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Senators don’t make good presidents

Most of them don’t even make good senators

The quadrennial Super Bowl of the race for what is always the ‘most important election ever’ is now a mere seven months away. All eyes not glued to Donald Trump turn to the presumptive Joe Biden. Presumptive in many ways and years, Joe raises the knotty issue of whether a senator can, or rather, should be elected president. Only three have gone from ‘sitting’ during a single term in the Senate to sitting in the White House: Warren G. Harding, John F. Kennedy and Barack Obama. The truth is, senators don’t make good presidents. Most of them don’t even make good senators.

Warren Harding was not of the modern, post-World War Two era. He did once hold an important if mostly ceremonial seat as lieutenant governor of Ohio. Joe Biden of course is a veteran of eight years as Veep under Obama, which included designation as  ‘point man’ on Ukraine and some other worthy recipients of US taxpayer largesse, such as China and Romania. Obama chose him for his ‘bonhomie’ with the Senate at large, be it lunch with a Grand Kleagle of the KKK one day and across-the-aisle golf with a senator the next.

Though Joe’s last service was as an appointed vice president, he has spent the last four years as a civilian. He was an elected senator for almost 40 years and, as Obama’s secretary of defense Robert Gates said, he was ‘ wrong on everything for those 40 years’. Joe ran twice for the nomination when a sitting senator and was twice rejected. We must presume Joe is running on his Senate record, presuming (that word again) he doesn’t want to run on his record of cowing Burisma into taking his princeling son on their board so that US taxpayer money, which might later find its way to Burisma, would go to Ukraine.

But it’s not just Joe. It’s all of them. Senators can’t run anything, let alone a country. JFK bumbled his way into the installation of militant communism in Cuba, whose apparatchiks plague us to this day in Venezuela and elsewhere. He also failed to ‘contain’ Soviet expansion into western Europe: the Berlin Wall was built at leisure under his nose. This was a shoddy departure from Harry Truman’s Berlin airlift of 1948-49. Full disclosure: Truman had been a senator but ascended from sitting vice president.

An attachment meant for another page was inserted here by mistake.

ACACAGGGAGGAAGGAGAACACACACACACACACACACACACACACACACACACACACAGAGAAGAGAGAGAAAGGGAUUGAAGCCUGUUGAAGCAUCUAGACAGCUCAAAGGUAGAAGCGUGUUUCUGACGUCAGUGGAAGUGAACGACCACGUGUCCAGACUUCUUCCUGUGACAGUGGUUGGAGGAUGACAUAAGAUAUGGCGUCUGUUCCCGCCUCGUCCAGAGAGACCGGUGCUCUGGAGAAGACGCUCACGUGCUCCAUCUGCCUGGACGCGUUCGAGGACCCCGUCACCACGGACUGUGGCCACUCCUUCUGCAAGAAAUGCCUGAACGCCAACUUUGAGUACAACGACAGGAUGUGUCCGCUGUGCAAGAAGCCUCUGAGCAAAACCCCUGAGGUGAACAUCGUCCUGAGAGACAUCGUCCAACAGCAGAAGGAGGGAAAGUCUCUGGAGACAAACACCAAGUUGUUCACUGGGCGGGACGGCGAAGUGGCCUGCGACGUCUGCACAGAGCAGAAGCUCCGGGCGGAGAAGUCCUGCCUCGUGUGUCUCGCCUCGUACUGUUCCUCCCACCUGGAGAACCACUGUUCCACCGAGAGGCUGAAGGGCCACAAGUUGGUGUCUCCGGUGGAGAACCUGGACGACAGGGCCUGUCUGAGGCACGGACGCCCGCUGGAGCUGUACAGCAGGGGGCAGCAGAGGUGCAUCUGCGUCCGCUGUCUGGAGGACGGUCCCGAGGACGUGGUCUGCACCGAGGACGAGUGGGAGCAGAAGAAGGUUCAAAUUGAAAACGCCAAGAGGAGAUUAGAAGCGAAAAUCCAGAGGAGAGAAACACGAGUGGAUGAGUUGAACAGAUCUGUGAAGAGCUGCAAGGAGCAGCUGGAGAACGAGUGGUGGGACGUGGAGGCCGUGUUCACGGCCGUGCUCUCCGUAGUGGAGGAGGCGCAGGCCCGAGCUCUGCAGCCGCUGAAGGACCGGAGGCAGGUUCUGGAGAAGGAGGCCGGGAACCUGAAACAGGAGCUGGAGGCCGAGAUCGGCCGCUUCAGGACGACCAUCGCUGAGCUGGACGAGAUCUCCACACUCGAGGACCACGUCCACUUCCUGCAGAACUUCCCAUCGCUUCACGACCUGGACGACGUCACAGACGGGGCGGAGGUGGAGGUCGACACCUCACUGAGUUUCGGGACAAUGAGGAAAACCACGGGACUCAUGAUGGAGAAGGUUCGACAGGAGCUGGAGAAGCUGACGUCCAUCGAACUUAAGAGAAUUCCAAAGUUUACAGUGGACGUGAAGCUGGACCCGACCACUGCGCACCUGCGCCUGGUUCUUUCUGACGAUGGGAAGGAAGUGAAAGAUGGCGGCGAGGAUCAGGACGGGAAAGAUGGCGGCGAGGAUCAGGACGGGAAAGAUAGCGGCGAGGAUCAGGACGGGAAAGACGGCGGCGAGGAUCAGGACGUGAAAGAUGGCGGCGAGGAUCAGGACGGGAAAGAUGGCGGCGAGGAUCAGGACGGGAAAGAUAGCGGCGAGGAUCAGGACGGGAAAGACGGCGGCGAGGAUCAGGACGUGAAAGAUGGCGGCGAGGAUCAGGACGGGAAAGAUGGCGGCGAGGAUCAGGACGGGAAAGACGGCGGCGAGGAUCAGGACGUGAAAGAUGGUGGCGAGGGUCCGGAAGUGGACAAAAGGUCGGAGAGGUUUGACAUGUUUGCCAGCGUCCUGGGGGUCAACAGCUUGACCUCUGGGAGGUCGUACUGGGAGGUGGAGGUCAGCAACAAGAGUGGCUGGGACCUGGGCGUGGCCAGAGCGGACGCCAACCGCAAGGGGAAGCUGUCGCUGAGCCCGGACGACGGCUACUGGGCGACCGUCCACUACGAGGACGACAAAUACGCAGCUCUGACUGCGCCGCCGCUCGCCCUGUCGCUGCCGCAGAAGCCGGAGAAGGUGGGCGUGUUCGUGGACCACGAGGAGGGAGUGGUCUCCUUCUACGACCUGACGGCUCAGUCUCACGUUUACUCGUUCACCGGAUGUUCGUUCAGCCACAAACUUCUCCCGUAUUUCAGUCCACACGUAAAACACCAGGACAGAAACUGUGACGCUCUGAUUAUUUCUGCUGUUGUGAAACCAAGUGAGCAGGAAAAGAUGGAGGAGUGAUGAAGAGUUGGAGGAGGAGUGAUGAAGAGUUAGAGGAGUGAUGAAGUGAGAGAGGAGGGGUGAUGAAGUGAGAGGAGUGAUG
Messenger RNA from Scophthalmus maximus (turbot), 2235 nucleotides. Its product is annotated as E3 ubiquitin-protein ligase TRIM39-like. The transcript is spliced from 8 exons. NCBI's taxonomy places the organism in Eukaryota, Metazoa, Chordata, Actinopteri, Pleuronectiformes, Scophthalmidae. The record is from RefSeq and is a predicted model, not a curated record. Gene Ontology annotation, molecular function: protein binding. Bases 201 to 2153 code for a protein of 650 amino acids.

Obama also couldn’t run a bath. He turned over his only two labors to others: the freighted Obamacare to Nancy Pelosi, the Lady Macbeth of the House Democrats, and the nefarious ‘Iran deal’ to the even more nefarious John Brennan and the ultra-nefarious UN. Oh, and he turned Ukraine over to Joe.

Since Lyndon Johnson, who was largely responsible for the elevation of the Senate into an overpaid aristocracy, some 50 senators, none sitting, have run for president. All of them unsuccessfully…but for Obama. And he, like JFK ran during his first and only Senate term. There is a reason for this pattern: senators are powerful, but they are basically useless. If they try to be useful and take a position, they collect baggage and people who disagree with them. This is why no senator has raised issues regarding the WuFlu.

The so called ‘greatest debating society’ mostly produces hot air, paid junkets to hotspots like Paris, London and Rome, and a lotta free lunches. Its Hollywood with ugly people – though Joe, a pioneer of political hair plugs, gleaming, chiclet-like veneers and a permanent suntan, is by contrast a veritable Rudy Vallee in Palm Beach Story.

Finally, it’s instructive that the two most highly placed dynastic senators, Ted Kennedy and Hillary Clinton, both whiffed ignominiously. Teddy blew it in 1979 as a long-term sitting senator and Hillary first lost as a sitting senator, then lost again after opting for secretary of state rather than vice president. Senators have too many conflicts, too much baggage, and too little education. After all, what can a Teddy Kennedy or a Chuck Schumer possibly learn in the passage from an unremarkable three years of law school to a Democratic clubhouse?

Leonard Toboroff is an industrialist and investor.

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